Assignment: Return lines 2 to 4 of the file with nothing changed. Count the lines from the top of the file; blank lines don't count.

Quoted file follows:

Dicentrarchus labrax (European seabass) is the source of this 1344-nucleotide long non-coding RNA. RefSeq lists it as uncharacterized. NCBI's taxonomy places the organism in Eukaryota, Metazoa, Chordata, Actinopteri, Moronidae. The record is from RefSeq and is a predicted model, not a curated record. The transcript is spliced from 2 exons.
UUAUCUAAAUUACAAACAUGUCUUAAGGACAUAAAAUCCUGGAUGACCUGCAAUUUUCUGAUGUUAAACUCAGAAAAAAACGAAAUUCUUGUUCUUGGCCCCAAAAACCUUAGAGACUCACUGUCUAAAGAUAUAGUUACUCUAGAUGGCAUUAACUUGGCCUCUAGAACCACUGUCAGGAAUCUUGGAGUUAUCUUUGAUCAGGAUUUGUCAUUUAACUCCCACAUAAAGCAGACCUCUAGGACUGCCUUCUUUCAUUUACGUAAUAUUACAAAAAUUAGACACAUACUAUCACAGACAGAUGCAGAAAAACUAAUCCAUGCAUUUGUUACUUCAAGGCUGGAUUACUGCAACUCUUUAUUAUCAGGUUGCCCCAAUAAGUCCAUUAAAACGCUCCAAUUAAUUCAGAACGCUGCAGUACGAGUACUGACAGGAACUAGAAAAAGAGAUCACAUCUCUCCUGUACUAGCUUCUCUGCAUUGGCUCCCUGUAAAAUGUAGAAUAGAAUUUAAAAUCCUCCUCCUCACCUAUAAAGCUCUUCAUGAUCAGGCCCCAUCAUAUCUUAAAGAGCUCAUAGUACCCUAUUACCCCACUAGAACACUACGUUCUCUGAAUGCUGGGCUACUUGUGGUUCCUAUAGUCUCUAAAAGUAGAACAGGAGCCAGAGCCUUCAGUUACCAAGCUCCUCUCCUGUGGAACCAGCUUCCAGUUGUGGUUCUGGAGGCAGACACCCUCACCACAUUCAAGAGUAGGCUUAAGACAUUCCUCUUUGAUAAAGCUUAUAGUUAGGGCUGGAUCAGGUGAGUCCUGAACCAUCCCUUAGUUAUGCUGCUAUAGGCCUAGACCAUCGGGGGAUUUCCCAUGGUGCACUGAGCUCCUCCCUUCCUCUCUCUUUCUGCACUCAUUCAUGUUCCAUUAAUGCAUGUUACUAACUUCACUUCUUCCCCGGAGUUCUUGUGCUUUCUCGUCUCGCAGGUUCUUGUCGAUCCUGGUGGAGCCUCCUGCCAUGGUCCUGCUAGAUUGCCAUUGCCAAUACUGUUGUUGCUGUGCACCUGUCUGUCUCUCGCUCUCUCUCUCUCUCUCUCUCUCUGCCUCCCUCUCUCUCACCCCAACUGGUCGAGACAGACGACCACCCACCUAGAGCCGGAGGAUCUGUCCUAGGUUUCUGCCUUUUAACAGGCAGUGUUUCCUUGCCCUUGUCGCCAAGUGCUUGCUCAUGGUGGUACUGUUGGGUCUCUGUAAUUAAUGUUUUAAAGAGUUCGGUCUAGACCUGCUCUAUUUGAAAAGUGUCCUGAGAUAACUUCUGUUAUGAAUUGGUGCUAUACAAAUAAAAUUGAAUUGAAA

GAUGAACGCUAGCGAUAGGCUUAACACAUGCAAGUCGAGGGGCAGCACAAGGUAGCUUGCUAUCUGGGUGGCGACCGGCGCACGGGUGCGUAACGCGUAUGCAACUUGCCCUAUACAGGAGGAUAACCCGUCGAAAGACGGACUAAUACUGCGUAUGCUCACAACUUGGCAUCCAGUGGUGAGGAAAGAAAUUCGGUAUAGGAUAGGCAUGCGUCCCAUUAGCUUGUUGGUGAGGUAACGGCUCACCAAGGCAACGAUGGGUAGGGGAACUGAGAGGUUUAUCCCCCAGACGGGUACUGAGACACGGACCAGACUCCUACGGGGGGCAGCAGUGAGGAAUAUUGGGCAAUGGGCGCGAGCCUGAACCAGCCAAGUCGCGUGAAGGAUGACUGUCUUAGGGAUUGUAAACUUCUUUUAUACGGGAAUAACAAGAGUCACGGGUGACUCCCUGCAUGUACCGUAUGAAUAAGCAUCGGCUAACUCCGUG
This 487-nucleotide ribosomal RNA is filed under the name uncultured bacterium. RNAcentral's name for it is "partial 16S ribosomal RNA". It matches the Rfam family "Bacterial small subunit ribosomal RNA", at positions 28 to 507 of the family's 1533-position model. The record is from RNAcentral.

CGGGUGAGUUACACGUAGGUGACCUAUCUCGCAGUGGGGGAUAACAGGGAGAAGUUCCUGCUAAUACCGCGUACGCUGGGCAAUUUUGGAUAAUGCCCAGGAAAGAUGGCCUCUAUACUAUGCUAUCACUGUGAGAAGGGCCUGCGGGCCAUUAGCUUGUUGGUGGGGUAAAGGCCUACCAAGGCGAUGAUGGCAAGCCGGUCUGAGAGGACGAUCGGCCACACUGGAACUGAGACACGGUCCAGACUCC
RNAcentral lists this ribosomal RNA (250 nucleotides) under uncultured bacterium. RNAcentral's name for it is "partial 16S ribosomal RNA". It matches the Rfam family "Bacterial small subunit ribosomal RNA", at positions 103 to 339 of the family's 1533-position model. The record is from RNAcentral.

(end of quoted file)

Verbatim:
UUAUCUAAAUUACAAACAUGUCUUAAGGACAUAAAAUCCUGGAUGACCUGCAAUUUUCUGAUGUUAAACUCAGAAAAAAACGAAAUUCUUGUUCUUGGCCCCAAAAACCUUAGAGACUCACUGUCUAAAGAUAUAGUUACUCUAGAUGGCAUUAACUUGGCCUCUAGAACCACUGUCAGGAAUCUUGGAGUUAUCUUUGAUCAGGAUUUGUCAUUUAACUCCCACAUAAAGCAGACCUCUAGGACUGCCUUCUUUCAUUUACGUAAUAUUACAAAAAUUAGACACAUACUAUCACAGACAGAUGCAGAAAAACUAAUCCAUGCAUUUGUUACUUCAAGGCUGGAUUACUGCAACUCUUUAUUAUCAGGUUGCCCCAAUAAGUCCAUUAAAACGCUCCAAUUAAUUCAGAACGCUGCAGUACGAGUACUGACAGGAACUAGAAAAAGAGAUCACAUCUCUCCUGUACUAGCUUCUCUGCAUUGGCUCCCUGUAAAAUGUAGAAUAGAAUUUAAAAUCCUCCUCCUCACCUAUAAAGCUCUUCAUGAUCAGGCCCCAUCAUAUCUUAAAGAGCUCAUAGUACCCUAUUACCCCACUAGAACACUACGUUCUCUGAAUGCUGGGCUACUUGUGGUUCCUAUAGUCUCUAAAAGUAGAACAGGAGCCAGAGCCUUCAGUUACCAAGCUCCUCUCCUGUGGAACCAGCUUCCAGUUGUGGUUCUGGAGGCAGACACCCUCACCACAUUCAAGAGUAGGCUUAAGACAUUCCUCUUUGAUAAAGCUUAUAGUUAGGGCUGGAUCAGGUGAGUCCUGAACCAUCCCUUAGUUAUGCUGCUAUAGGCCUAGACCAUCGGGGGAUUUCCCAUGGUGCACUGAGCUCCUCCCUUCCUCUCUCUUUCUGCACUCAUUCAUGUUCCAUUAAUGCAUGUUACUAACUUCACUUCUUCCCCGGAGUUCUUGUGCUUUCUCGUCUCGCAGGUUCUUGUCGAUCCUGGUGGAGCCUCCUGCCAUGGUCCUGCUAGAUUGCCAUUGCCAAUACUGUUGUUGCUGUGCACCUGUCUGUCUCUCGCUCUCUCUCUCUCUCUCUCUCUCUGCCUCCCUCUCUCUCACCCCAACUGGUCGAGACAGACGACCACCCACCUAGAGCCGGAGGAUCUGUCCUAGGUUUCUGCCUUUUAACAGGCAGUGUUUCCUUGCCCUUGUCGCCAAGUGCUUGCUCAUGGUGGUACUGUUGGGUCUCUGUAAUUAAUGUUUUAAAGAGUUCGGUCUAGACCUGCUCUAUUUGAAAAGUGUCCUGAGAUAACUUCUGUUAUGAAUUGGUGCUAUACAAAUAAAAUUGAAUUGAAA

GAUGAACGCUAGCGAUAGGCUUAACACAUGCAAGUCGAGGGGCAGCACAAGGUAGCUUGCUAUCUGGGUGGCGACCGGCGCACGGGUGCGUAACGCGUAUGCAACUUGCCCUAUACAGGAGGAUAACCCGUCGAAAGACGGACUAAUACUGCGUAUGCUCACAACUUGGCAUCCAGUGGUGAGGAAAGAAAUUCGGUAUAGGAUAGGCAUGCGUCCCAUUAGCUUGUUGGUGAGGUAACGGCUCACCAAGGCAACGAUGGGUAGGGGAACUGAGAGGUUUAUCCCCCAGACGGGUACUGAGACACGGACCAGACUCCUACGGGGGGCAGCAGUGAGGAAUAUUGGGCAAUGGGCGCGAGCCUGAACCAGCCAAGUCGCGUGAAGGAUGACUGUCUUAGGGAUUGUAAACUUCUUUUAUACGGGAAUAACAAGAGUCACGGGUGACUCCCUGCAUGUACCGUAUGAAUAAGCAUCGGCUAACUCCGUG
This 487-nucleotide ribosomal RNA is filed under the name uncultured bacterium. RNAcentral's name for it is "partial 16S ribosomal RNA". It matches the Rfam family "Bacterial small subunit ribosomal RNA", at positions 28 to 507 of the family's 1533-position model. The record is from RNAcentral.